How to cook red cabbage

Red cabbage recipes

How to cook red cabbage

29 September 2023

Cooking red cabbage can be done in a variety of ways. Find out how to cook red cabbage to perfection with this handy guide.

How to cook red cabbage


Cooking red cabbage can be done in a variety of ways. Find out how to cook red cabbage to perfection with this handy guide.

Of all the side dishes that grace our dinner tables, deep purple red cabbageis perhaps the most striking. There are a number of ways to cook red cabbage but the most common are to braise or pickle it, although it’s also delicious raw in winter salads and coleslaws. Red cabbage is full of vitamins (A, C and K), minerals and antioxidants so eating it raw or juicing it also provides a fantastic health boost.

Perhaps one of the more unusual qualities of red cabbage is that its juice can act as a home-made pH indicator: it turns red in acidic solutions, blue in neutral and greenish-yellow in basic solutions. This sensitivity to acidity causes regional variations in colour – the more acidic the soil, the redder the cabbage, while more neutral soils produce a deeper purple colour.

When is red cabbage in season?

Red cabbage (also known as purple cabbage) is in season from September to December, though some varieties can be harvested as early as July.

How do you pick and prepare red cabbage?

Choose red cabbages that are densely packed and heavy in weight with firm outer leaves. Avoid cabbages that are light and soft, or those which have too many outer leaves removed. Red cabbages can be stored in a cool, dark place for a week to ten days.

Before cooking, remove any tired or discoloured leaves and always cook red cabbage with a little vinegar. This preserves the beautiful purple colour – without it, the cabbage will turn blue!

How do you make braised red cabbage?

Braising is probably the most common method of cooking red cabbage – it takes very little effort and gives wonderful results especially when braised slowly with apples, red wine and spices such as cinnamon, cloves, nutmeg or juniper berries.

How do you pickle red cabbage?

Red cabbage has traditionally been pickled, particularly across northern Europe, as a way to stretch out the cabbage-eating season. This technique allows you to infuse the cabbage with a wide variety of aromatics such as mustard seeds, star anise, cloves or cinnamon. Adding chillies and ginger, as in Josh Eggleton’s pickled red cabbage recipe, will add a welcome kick of heat to this wintery staple.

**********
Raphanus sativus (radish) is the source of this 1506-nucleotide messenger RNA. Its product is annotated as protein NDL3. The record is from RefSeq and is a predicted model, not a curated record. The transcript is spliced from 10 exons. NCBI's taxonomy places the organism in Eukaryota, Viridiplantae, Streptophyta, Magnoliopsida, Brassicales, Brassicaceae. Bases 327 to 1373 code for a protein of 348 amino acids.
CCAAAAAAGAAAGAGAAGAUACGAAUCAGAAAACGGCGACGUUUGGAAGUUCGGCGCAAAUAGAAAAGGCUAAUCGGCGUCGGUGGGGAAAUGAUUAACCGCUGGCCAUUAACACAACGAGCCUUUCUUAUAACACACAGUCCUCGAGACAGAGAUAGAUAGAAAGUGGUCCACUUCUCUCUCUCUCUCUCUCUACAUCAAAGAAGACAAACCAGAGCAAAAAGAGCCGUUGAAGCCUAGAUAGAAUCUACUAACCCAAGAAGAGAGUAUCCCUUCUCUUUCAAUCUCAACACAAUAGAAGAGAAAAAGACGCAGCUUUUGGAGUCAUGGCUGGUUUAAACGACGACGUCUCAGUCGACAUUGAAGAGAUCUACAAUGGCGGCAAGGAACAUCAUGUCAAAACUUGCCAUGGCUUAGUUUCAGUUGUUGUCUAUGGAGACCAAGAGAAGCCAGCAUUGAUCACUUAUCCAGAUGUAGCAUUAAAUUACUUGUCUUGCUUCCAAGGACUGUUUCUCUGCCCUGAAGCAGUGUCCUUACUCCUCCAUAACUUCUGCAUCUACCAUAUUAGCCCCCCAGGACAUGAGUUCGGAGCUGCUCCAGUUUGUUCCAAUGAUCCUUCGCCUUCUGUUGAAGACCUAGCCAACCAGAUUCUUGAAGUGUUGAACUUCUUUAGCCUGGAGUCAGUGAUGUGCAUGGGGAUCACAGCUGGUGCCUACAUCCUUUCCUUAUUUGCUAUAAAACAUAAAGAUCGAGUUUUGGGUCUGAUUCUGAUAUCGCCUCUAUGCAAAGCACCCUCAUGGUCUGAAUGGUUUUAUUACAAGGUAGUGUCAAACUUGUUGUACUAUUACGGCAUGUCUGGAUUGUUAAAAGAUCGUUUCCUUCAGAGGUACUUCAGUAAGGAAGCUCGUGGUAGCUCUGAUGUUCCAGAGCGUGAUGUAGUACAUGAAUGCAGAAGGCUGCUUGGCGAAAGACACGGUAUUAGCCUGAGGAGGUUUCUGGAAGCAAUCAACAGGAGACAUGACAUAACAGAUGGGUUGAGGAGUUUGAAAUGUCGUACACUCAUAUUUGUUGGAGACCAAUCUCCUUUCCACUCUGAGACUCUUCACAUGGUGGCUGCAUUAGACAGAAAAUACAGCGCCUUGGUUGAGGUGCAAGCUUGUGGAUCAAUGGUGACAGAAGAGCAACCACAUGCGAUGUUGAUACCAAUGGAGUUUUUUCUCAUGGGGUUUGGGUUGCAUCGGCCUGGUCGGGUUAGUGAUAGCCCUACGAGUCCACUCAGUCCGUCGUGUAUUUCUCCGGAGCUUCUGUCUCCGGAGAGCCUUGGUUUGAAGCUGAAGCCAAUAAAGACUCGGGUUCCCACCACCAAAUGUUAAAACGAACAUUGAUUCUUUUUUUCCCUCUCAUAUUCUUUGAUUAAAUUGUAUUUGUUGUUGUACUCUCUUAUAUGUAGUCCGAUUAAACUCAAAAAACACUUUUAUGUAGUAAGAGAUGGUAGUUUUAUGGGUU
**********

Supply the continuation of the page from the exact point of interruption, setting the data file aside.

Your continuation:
How to make red cabbage slaw

There are a huge number of different ways to make a red cabbage slaw. For the main ingredients, you can combine red and green cabbages with carrots for a more multi-coloured bowl, or keep to just red cabbage for simple, deep purple salad.

The dressing is equally flexible. Lemon juice, dill, red onion, sesame and caraway for example will give the slaw a more eastern European taste, whilst this classic and versatile combination of coriander and lime works as well with tacos as it does banh mi.




  • 400g of red cabbage, thinly sliced with a sharp knife
  • 15g of fresh coriander, finely chopped, or a mixture of coriander and mint
  • 1 chilli, finely chopped, optional
  • 50g of spring onions, about 3, thinly sliced
  • 3 tbsp of olive oil
  • 2 tbsp of lime juice, plus more to taste
  • 3/4 tsp table salt, plus more to taste
  • freshly ground black pepper, to taste

Add the cabbage, herbs, chilli and spring onion to a large bowl


Whisk the olive oil, lime juice and salt together and season with a few good grindings of black pepper


Pour the dressing over the salad and mix to combine. Taste the salad and adjust the amount of lime and salt to taste – we added an extra 1/2 tablespoon of lime juice and an extra pinch of salt


You can serve this straight away, but ideally let it sit for at least 30 minutes. This will allow the cabbage to soften and wilt down slightly, as the salt draws out its moisture


Leftovers will keep for around 5 days in the fridge. The slaw will soften slightly as time goes on, but will retain its crunch

How do you boil red cabbage?

Red cabbage can also be boiled. To preserve the crunch, cook in salted boiling water with a teaspoon of vinegar for 5 minutes unless a softer consistency is desired in which case cook for a little longer. Alternatively, red cabbage is very good cooked sous vide as the cabbage will become tender without losing its shape or texture. In this Peruvian pork chop recipes from Robert Ortiz, boiled cabbage is blended into a dramatic purple purée.

What goes well with red cabbage?

Red cabbage can stand up to a whole host of flavours from soy sauce in an Asian salad to heady spices such as cinnamon, nutmeg, cloves and allspice. Onions, sweet apples and raisins also bring out the best in this earthy vegetable which goes beautifully with meats such as pork, duck, venison, partridge and sausages. Pickled red cabbage is an excellent match for cheese, cold meats and smoked fish.

Red cabbage braised with vinegar and apples makes a traditional sweet and sour recipe to accompany a roast and beautifully spiced versions are commonly found at Christmas celebrations served with turkey, goose or baked ham.

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